Plank’s solution to a problem became his key to success. Problems are all around us every day. The question is whether we recognize situations around us as “problems”, and what do we do about it. This requires attention to our surroundings and issues, and a willingness to own a role in developing a solution.


     

    A Peanut and a Sweet Potato

    George Washington Carver is a perfect example of this. According to Os Hillman in his book Change Agent: Engaging Your Passion To Be The One Who Makes A Difference,(p. 104) Carver lived in an era of pervasive racial discrimination when he encouraged southern farmers to plant peanuts and sweet potatoes because their land was depleted due to planting too many cotton crops. They initially criticized him for this suggestion, believing that the market wouldn’t support it, but nonetheless began to do so.  Carver, a Christian from an early age, would get up in the morning and go out to the fields where he sought the wisdom of God on what to do with these crops. God obviously answered his prayer because he subsequently created three hundred products from the peanut, and one hundred from the sweet potato. This revitalized the economy in the south, and made him a friend and confidante to presidents and business leaders. Why? Because they recognized that he was a problem solver. He had the ability to recognize problems where others overlooked them.  Then he was willing to own the problem and take on the challenge of addressing it.  Finally he had the vision and creativity to develop and implement a solution.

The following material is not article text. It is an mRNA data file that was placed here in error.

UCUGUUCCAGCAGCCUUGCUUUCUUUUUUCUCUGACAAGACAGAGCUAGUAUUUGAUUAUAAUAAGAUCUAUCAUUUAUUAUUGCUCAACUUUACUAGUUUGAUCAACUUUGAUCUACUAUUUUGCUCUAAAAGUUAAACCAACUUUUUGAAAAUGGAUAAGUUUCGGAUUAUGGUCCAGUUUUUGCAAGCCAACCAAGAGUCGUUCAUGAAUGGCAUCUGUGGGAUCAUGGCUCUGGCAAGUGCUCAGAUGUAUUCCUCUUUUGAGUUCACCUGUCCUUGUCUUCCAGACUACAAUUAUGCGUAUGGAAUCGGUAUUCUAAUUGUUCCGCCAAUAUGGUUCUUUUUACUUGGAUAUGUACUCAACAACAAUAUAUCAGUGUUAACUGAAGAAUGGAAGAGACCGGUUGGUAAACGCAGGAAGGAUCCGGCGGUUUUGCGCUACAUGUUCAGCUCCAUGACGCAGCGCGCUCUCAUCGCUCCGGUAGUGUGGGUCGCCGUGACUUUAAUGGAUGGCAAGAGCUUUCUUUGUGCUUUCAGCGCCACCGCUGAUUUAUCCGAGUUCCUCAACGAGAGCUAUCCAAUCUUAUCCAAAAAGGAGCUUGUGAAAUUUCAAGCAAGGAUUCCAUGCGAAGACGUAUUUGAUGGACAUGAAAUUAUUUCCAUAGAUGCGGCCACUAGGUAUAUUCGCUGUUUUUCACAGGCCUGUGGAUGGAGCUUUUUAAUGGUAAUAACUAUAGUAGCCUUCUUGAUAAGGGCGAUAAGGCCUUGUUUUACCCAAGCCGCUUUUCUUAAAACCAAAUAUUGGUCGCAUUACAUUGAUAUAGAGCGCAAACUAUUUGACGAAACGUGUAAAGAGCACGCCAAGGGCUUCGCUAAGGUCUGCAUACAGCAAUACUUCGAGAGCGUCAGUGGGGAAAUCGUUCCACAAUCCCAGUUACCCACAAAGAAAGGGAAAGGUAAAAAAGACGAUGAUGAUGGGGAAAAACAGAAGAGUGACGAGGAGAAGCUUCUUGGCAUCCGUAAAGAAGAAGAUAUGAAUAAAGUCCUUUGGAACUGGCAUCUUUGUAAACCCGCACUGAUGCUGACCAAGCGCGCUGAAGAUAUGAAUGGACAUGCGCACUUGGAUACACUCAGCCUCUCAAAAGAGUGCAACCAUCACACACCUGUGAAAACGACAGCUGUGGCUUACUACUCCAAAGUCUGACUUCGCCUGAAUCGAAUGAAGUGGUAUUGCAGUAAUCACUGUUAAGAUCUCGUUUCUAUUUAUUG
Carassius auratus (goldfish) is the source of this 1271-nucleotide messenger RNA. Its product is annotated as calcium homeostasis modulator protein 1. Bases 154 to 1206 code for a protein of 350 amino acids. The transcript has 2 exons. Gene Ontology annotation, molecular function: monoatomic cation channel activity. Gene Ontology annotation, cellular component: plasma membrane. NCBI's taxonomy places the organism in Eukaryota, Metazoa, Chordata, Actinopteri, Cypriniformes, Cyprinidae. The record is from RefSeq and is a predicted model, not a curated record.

Your Personal Problem

    Unfortunately too many of us look past the problems surrounding us with the attitude that we have no ability to impact or address them. We feel powerless and incapable of coming up with a solution, and look to someone else to handle it. But there’s nothing special about Kevin Plank or George Washington Carver. They simply opened their minds to future possibilities, and didn’t let their circumstances limit them. Both had a vision to see a problem situation and identify a potential resolution for it. They didn’t blame others around them for these problems; they stepped up and took responsibility for the solutions. Individuals who demonstrate this skillset are valuable members of any team

    Each of us has a problem or set of problems assigned to us from God that we are uniquely equipped to solve. God is exposing the problem to us, and drawing us to Him so that He can reveal the solution. Based on our instincts, interests and initiative we can be a change agent in our environment. Joseph demonstrated this capability in ancient Egypt when he interpreted the King’s dream of the coming seven years of plenty, followed by seven years of famine. Then he provided a proposal on how to prepare for the famine. He was instantly appointed second in command in the kingdom. The Bill and Melinda Gates Foundation have used their billions in assets to address global issues of hunger, poverty, education and health care. Every problem solver won’t reach the same number of people, but every problem needs to be addressed.

    So what problems has God assigned to you? Be diligent in discovering them because solving them is your pathway to your purpose and your road to success.

    Recommended Reading:

    Hillman, Os. Change Agent: Engaging Your Passion To Be The One Who Makes A Difference. Lake Mary, Charisma House, 2011.

    Copyright 2012 Priscilla Archangel